As we look back on the nineteenth-century American obsession with uniting, centralizing, and homogenizing everything in the path of the American state, we would do well to remember that the American state’s ability to tax, spy, regulate, coerce, and control everything over a vast continent has been greatly enabled by territorial growth. When combined with American naïveté and faith in the weak reeds of democracy and “checks and balances,”  we’re in deep trouble indeed.

Ryan W. McMaken is the editor of Mises Daily and The Free MarketSend him mail. See Ryan McMaken's article archives.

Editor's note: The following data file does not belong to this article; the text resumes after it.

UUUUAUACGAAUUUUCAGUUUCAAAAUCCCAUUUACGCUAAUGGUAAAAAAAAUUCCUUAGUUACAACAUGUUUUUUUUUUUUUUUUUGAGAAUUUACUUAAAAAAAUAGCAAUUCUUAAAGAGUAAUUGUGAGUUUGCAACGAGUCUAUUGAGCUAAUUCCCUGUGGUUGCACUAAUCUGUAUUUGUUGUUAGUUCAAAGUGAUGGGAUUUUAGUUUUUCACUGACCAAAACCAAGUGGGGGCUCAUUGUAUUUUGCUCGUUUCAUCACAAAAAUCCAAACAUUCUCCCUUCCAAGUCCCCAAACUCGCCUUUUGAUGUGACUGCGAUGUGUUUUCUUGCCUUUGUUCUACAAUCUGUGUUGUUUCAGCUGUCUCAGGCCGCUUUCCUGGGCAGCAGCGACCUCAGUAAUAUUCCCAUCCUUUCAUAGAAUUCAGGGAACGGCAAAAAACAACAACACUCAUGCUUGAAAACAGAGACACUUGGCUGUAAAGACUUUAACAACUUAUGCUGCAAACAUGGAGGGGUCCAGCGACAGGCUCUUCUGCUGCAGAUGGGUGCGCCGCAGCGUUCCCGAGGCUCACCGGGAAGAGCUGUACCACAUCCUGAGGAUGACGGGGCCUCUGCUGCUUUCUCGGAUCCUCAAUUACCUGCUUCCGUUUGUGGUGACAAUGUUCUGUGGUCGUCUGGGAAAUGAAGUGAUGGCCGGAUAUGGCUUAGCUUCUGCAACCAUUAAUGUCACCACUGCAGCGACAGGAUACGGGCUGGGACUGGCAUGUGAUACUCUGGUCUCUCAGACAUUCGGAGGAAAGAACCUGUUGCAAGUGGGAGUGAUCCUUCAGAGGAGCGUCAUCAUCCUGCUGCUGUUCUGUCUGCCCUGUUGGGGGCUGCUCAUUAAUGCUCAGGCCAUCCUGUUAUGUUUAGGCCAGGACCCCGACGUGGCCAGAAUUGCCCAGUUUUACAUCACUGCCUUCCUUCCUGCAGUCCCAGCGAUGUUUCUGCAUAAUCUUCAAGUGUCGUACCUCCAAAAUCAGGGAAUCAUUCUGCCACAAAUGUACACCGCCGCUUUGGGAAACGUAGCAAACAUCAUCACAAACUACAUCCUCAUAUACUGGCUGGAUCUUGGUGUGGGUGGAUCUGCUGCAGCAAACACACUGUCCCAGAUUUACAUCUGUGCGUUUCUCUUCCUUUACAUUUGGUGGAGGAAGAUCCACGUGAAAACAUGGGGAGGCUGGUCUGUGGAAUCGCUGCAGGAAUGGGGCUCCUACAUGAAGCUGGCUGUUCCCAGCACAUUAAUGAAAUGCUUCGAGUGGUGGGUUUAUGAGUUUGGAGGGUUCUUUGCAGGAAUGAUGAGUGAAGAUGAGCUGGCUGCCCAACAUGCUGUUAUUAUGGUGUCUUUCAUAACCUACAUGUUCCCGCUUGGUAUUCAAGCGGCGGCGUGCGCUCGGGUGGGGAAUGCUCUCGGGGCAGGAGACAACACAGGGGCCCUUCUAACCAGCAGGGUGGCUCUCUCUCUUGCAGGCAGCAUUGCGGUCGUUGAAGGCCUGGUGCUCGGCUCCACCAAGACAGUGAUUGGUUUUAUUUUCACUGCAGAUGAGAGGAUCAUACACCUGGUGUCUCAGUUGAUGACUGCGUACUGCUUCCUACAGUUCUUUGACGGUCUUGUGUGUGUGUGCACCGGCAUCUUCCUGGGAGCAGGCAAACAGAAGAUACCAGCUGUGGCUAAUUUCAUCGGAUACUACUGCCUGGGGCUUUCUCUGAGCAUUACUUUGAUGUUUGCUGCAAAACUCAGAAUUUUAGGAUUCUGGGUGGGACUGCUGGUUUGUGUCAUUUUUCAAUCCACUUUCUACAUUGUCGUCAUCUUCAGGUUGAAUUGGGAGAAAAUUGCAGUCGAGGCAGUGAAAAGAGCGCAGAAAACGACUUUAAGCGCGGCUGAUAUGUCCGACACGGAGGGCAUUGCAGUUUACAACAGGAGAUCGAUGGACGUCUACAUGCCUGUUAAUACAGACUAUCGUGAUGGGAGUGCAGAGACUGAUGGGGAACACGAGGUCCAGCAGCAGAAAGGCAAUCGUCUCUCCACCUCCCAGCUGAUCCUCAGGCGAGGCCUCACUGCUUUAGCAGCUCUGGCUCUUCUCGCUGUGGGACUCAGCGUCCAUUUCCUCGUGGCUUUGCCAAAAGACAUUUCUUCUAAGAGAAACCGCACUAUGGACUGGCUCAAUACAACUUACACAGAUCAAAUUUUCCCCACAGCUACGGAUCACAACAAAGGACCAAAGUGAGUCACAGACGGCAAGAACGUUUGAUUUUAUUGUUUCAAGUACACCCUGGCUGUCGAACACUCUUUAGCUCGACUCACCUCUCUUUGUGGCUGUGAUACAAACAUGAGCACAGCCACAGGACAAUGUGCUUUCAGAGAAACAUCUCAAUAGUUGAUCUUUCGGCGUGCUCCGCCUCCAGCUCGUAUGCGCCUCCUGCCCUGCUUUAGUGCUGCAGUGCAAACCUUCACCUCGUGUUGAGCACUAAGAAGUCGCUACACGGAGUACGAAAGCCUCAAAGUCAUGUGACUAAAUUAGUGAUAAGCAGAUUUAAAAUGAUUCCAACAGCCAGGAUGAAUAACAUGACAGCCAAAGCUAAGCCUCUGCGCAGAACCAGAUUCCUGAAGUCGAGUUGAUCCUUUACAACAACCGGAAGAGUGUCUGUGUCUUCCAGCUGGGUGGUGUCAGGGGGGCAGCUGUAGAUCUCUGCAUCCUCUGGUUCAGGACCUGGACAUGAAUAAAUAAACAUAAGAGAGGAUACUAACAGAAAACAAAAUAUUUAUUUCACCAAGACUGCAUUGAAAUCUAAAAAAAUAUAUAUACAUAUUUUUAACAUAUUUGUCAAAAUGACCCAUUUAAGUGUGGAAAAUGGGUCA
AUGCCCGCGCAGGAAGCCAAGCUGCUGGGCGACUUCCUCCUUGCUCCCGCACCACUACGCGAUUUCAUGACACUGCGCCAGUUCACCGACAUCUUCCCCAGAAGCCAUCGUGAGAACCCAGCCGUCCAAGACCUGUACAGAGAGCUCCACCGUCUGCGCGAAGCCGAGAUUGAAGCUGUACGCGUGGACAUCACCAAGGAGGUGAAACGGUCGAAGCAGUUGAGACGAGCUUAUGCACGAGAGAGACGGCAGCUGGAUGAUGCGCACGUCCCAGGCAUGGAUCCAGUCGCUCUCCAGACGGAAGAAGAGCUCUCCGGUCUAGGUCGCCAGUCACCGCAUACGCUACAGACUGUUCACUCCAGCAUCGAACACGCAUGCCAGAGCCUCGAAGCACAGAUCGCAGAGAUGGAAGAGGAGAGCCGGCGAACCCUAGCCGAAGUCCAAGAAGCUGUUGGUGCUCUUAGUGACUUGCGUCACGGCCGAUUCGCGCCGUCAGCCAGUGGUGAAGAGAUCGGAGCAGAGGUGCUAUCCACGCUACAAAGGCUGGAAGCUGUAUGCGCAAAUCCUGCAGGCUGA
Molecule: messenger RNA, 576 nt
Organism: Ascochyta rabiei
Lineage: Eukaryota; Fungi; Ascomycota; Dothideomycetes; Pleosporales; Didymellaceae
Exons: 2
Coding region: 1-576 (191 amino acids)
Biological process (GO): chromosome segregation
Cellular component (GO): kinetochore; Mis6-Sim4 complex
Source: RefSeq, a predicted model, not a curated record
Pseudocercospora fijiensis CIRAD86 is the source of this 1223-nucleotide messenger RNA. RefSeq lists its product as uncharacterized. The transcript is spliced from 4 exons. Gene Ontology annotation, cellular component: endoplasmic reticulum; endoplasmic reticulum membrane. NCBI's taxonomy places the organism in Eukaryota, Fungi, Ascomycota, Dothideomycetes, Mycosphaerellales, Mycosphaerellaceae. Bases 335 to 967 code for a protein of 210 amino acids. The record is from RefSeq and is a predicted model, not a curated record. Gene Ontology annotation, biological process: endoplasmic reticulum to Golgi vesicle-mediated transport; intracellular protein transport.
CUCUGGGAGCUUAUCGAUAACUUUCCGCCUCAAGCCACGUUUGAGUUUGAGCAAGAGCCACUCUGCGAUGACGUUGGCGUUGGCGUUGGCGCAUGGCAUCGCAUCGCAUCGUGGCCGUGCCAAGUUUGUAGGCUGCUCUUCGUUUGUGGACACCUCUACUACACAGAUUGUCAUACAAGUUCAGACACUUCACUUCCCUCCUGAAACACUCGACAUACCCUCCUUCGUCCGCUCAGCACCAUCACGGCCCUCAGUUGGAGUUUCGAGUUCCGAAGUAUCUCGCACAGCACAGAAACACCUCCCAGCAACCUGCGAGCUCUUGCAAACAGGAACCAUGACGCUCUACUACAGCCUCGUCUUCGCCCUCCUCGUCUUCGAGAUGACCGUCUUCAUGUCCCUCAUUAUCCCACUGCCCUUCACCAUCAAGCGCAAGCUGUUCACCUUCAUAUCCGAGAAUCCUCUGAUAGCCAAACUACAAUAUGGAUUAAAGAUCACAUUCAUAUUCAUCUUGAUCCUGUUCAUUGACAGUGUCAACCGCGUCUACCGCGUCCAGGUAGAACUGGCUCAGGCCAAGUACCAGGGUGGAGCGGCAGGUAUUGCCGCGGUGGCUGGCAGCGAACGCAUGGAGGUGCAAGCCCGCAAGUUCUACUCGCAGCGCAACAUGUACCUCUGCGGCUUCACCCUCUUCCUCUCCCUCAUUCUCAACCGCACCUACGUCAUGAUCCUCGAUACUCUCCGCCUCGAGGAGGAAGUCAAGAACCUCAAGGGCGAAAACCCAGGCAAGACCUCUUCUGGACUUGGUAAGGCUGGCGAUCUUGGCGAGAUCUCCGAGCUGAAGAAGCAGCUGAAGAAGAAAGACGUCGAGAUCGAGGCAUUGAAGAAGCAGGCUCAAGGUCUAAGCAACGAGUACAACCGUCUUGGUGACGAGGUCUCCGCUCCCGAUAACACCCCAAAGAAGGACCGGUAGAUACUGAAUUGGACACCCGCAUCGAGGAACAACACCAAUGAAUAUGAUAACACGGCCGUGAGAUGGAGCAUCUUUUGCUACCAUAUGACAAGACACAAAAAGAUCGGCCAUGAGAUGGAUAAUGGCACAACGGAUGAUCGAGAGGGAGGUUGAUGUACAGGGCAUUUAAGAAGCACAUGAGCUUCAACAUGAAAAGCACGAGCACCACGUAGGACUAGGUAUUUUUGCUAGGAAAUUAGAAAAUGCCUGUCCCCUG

You can subscribe to future articles by Ryan McMaken via this RSS feed.

© 2015 Copyright Ryan McMaken - All Rights Reserved Disclaimer: The above is a matter of opinion provided for general information purposes only and is not intended as investment advice. Information and analysis above are derived from sources and utilising methods believed to be reliable, but we cannot accept responsibility for any losses you may incur as a result of this analysis. Individuals should consult with their personal financial advisors.


© 2005-2019 http://www.MarketOracle.co.uk - The Market Oracle is a FREE Daily Financial Markets Analysis & Forecasting online publication.


Post Comment

Only logged in users are allowed to post comments. Register/ Log in